Fit

Single Leather

The Vaseks fit perfectly to my Scarpa Triolet Pro GTX. They felt secure and enabled me to be as nimble as is possible whilst donning a crampon over a variety of terrain.

Double Plastic

Scarpa Inverno Double Plastic Boots served as my testing boot on a waterproof double. While not a fan of plastics, they provided a firm attachment site and required no adjustments through my summit attempt.

Overboot

To gauge fit with an overboot I utilized the Forty Below K2 Superlight Overboot over my Scarpa Triolet Pro GTX. The crampons required little to no adjustments and the leverlock clamped securely over the neoprene cover and they remained fixed through the duration of my climb. I've heard some people attempting to attach the crampon to a mid-weight hiking boot without a heel ridge in a pinch but I cannot attest to the practicality of this. In summary, the Vaseks appear to be quite versatile and reliable in their fitting.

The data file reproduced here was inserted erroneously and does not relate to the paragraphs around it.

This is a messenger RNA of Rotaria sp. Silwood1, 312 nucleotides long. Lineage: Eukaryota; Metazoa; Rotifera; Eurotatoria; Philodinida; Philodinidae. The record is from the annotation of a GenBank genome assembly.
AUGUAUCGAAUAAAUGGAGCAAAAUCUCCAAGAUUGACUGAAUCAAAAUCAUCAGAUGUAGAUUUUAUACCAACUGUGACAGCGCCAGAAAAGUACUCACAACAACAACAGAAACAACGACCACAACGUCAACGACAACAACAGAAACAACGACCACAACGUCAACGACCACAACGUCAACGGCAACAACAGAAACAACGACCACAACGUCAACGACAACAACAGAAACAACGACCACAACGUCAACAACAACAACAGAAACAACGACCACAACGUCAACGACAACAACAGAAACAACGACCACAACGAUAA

Glacial Travel

I had the opportunity to test the Vaseks on the wet glacier of Mount Rainier and the dry glacier of Pico de Orizaba, both of which featured extended approaches. There were no complaints about long winter walks. While they weren't the lightest, the weight was certainly manageable for the protection they offered. The anti-balling plates served their purpose as I never had to kick accumulated snow from between the points.

Both ascending and descending were done with relative ease. I was particularly impress with the second pair of front facing points. After an initial kick into hard snow, leaning back slightly ensured a stable position. Upon descent the heels kicked steps easily. In general they were very easy to walk in.